President Joe Biden, Senate Majority Leader Chuck Schumer (D-NY) right, and Minority Leader Mitch McConnell (R-KY) pay respects to U.S. Capitol Police Officer William Evans, as his remains lie in honor in the U.S. Capitol rotunda on April 13, 2021 in Washington, DC.
Tom Williams | Getty Images
WASHINGTON – President Joe Biden is hosting the Democratic and Republican leaders from both houses of Congress on Wednesday at the White House, the first time in his presidency that Biden has met in person with the so-called Big 4.
On the Democratic side, Senate Majority Leader Chuck Schumer of New York and House Speaker Nancy Pelosi of California are both scheduled to attend, while Republicans will be represented by Senate Minority Leader Mitch McConnell of Kentucky and House Minority Leader Kevin McCarthy of California.
The meeting comes amid negotiations between the White House and key members of Congress over major pieces of Biden’s legislative agenda, including his roughly $4 trillion spending plan to rebuild the nation’s crumbling infrastructure and to fund affordable child care and universal pre-K.
The first piece of the two-part proposal is the $2.3 trillion American Jobs Plan, which is aimed at a broad array of infrastructure spending that spans both traditional projects like roads and more progressive efforts like expanded broadband.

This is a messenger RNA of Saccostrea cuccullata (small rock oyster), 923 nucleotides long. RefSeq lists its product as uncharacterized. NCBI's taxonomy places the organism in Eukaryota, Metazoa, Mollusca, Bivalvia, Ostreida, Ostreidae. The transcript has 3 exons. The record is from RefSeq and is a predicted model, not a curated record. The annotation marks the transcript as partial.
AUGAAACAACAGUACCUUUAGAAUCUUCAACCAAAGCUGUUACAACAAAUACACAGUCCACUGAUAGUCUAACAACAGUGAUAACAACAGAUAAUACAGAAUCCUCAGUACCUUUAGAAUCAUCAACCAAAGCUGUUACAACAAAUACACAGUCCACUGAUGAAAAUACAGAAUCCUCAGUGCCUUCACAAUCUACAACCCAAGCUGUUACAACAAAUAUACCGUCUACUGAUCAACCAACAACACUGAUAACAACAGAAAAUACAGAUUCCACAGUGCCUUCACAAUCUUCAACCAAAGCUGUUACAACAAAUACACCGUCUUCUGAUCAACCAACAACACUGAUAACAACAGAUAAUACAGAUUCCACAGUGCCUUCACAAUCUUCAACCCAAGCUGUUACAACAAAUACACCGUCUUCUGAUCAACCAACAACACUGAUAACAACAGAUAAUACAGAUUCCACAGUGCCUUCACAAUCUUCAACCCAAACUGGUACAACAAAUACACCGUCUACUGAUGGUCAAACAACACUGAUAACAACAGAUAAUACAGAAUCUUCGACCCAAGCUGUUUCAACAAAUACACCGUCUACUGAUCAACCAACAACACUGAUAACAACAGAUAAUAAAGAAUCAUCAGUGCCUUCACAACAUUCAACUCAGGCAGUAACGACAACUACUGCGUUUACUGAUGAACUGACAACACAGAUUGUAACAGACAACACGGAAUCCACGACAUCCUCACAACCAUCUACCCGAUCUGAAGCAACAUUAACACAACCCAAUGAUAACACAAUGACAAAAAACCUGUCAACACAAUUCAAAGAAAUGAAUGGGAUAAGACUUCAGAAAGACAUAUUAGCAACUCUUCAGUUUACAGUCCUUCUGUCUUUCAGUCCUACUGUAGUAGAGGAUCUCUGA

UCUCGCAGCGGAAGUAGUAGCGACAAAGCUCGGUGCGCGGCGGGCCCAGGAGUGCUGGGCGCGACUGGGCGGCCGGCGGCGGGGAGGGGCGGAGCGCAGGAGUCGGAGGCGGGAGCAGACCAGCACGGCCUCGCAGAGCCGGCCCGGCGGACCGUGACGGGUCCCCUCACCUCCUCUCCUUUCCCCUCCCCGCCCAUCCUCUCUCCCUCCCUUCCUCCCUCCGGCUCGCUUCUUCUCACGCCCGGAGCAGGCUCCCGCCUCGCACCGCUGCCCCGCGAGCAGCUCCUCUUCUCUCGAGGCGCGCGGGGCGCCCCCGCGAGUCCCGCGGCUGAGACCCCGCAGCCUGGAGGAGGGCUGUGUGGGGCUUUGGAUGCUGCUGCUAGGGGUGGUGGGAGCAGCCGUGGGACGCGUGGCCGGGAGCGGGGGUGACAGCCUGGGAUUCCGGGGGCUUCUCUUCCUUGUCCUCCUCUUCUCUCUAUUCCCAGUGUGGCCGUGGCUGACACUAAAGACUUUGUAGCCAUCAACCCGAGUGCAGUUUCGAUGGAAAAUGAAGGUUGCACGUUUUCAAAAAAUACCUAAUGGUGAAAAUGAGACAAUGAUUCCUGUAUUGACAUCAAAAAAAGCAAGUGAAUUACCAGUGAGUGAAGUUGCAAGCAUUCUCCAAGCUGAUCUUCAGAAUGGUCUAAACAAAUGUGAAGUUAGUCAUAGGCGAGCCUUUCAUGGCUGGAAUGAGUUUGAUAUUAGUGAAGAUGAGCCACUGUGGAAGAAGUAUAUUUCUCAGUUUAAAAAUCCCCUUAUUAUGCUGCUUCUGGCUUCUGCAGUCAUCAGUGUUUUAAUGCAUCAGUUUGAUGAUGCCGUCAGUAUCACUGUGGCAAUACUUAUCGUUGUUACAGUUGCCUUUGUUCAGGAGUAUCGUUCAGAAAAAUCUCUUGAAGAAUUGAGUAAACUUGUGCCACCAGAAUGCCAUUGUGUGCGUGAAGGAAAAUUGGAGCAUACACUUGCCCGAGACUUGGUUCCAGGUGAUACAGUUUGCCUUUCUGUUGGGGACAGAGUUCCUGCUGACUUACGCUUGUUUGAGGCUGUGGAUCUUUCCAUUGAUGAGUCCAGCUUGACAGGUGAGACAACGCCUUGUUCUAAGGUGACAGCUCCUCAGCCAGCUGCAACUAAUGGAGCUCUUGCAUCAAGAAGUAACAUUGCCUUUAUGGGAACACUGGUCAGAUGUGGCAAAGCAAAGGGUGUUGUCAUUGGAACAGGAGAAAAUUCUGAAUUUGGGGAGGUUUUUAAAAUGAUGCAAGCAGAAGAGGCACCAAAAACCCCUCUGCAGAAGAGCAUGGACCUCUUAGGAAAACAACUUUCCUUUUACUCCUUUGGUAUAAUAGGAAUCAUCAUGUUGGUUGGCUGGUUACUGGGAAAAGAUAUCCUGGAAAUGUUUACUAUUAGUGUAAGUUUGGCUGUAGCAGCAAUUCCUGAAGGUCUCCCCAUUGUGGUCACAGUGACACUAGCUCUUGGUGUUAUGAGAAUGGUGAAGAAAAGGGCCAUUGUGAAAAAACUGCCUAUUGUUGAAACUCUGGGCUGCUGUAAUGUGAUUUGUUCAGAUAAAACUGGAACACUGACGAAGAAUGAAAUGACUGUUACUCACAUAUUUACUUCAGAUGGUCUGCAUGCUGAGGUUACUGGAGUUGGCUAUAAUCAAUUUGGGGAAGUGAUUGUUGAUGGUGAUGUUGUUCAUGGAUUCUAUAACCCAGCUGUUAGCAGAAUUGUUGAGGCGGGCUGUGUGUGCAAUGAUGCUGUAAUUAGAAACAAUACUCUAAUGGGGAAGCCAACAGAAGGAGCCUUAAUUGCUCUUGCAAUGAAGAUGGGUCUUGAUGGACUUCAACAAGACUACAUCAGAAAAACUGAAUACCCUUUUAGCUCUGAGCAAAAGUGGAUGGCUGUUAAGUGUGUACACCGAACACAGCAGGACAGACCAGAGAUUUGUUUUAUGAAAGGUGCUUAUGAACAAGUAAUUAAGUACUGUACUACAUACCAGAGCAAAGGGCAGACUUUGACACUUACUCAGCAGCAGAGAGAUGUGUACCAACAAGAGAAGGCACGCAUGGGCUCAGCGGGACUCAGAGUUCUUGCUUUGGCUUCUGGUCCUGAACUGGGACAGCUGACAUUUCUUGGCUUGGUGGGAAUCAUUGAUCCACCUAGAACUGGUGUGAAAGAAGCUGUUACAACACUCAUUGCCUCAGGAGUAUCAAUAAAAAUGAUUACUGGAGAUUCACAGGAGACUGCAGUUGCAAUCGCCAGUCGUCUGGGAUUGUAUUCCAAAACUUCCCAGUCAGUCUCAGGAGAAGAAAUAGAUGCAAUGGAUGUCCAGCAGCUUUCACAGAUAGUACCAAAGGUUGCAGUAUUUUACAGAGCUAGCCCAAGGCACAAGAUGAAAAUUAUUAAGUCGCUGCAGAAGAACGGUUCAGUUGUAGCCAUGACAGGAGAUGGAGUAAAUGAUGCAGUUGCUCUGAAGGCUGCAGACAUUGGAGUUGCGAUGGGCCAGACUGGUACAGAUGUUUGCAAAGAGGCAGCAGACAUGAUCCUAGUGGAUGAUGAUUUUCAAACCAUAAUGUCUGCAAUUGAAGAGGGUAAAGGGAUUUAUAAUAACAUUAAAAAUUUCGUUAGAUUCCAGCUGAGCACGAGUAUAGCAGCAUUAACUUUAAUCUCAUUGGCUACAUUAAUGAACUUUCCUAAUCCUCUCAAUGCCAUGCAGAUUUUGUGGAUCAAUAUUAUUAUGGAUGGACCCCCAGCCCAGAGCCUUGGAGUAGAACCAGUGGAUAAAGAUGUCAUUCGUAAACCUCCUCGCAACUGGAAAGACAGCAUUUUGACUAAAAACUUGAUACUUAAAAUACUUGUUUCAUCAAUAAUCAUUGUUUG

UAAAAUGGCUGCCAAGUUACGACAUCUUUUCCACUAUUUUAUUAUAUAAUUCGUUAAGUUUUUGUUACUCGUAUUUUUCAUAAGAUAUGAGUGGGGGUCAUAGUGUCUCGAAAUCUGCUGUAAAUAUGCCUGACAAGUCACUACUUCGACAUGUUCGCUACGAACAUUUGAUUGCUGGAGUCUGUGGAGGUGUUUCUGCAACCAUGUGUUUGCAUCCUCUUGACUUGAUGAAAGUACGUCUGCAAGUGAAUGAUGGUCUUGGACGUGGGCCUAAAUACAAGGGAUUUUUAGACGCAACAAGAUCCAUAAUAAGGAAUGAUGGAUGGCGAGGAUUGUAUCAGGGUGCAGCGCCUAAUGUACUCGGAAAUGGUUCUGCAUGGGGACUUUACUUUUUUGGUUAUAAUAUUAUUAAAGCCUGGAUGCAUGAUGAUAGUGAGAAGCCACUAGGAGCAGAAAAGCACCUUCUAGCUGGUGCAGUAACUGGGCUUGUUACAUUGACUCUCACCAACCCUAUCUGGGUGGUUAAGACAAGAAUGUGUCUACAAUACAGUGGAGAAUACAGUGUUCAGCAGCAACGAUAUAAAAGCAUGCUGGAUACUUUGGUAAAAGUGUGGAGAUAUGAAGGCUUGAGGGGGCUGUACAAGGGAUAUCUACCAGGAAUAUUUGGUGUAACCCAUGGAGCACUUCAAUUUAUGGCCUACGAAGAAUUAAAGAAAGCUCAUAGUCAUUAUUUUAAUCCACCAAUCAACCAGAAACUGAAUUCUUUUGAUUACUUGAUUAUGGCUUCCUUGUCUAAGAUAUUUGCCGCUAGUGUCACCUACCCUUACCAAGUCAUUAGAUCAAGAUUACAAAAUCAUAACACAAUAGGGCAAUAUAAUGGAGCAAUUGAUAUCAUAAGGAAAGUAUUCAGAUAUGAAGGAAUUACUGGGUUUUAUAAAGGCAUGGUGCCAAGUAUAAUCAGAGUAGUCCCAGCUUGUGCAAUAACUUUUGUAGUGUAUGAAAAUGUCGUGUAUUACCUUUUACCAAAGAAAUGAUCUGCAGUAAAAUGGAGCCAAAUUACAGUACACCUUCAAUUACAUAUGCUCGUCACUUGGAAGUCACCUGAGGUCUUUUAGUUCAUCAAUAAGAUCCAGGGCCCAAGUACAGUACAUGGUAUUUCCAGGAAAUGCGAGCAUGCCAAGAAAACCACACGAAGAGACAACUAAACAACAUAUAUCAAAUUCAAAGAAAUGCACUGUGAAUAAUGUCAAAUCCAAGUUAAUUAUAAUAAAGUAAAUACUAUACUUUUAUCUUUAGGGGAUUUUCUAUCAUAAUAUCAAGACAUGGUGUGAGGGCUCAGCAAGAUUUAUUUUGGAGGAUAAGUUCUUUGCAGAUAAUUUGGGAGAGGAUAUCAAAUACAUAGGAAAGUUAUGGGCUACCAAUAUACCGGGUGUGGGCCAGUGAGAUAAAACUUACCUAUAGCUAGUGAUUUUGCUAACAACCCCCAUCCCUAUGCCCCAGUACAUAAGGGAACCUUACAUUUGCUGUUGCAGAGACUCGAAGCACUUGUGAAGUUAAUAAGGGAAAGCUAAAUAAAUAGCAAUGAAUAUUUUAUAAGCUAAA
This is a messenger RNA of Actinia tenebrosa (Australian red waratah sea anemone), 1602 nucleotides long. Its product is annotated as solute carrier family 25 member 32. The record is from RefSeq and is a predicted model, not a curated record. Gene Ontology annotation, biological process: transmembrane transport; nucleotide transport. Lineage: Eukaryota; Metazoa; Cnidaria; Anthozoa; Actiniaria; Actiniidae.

The second part of Biden’s agenda is the $1.8 trillion American Families Plan, which proposes funding for four additional years of free universal education, subsidize child care for middle class families, and expand paid family leave and child tax credits.
Republicans have already balked at both the price tag and the contents of Biden’s plans.
But the purpose of Wednesday’s meeting is not to hash out disagreements, White House press secretary Jen Psaki said Tuesday. Instead it will be to discuss “where we can find common agreement, where there’s an opportunity to work together moving forward.”
“There are a lot of ways to approach a meeting like this … you could spend the entire meeting talking about areas of disagreement. There’s no shortage of those. Or you could spend it seeking opportunity for common ground. And [Biden] is going to choose the latter,” said Psaki.
During his presidential campaign, Biden promised to reach across the aisle and find areas of consensus between the two parties, something he said would help to repair the deeply divided nation.
Yet Republicans say the only way Biden could hope to win bipartisan support for any part of his legislative agenda is by whittling down his infrastructure plan to less than half of its current size, and funding it not with tax hikes on corporations, as Biden proposes, but with user fees on drivers and transit riders.
As for the family and child care plan, few, if any potential areas of compromise have emerged so far.
Biden also finds himself seeking common ground with a deeply divided Republican Party, further complicating the political calculus.
Wednesday’s meeting takes place just hours after House Republicans expelled Rep. Liz Cheney, Wyo., from her position as GOP conference chair over her refusal to embrace former President Donald Trump’s lie that the 2020 election was rigged.
This is a developing story, please check back for updates.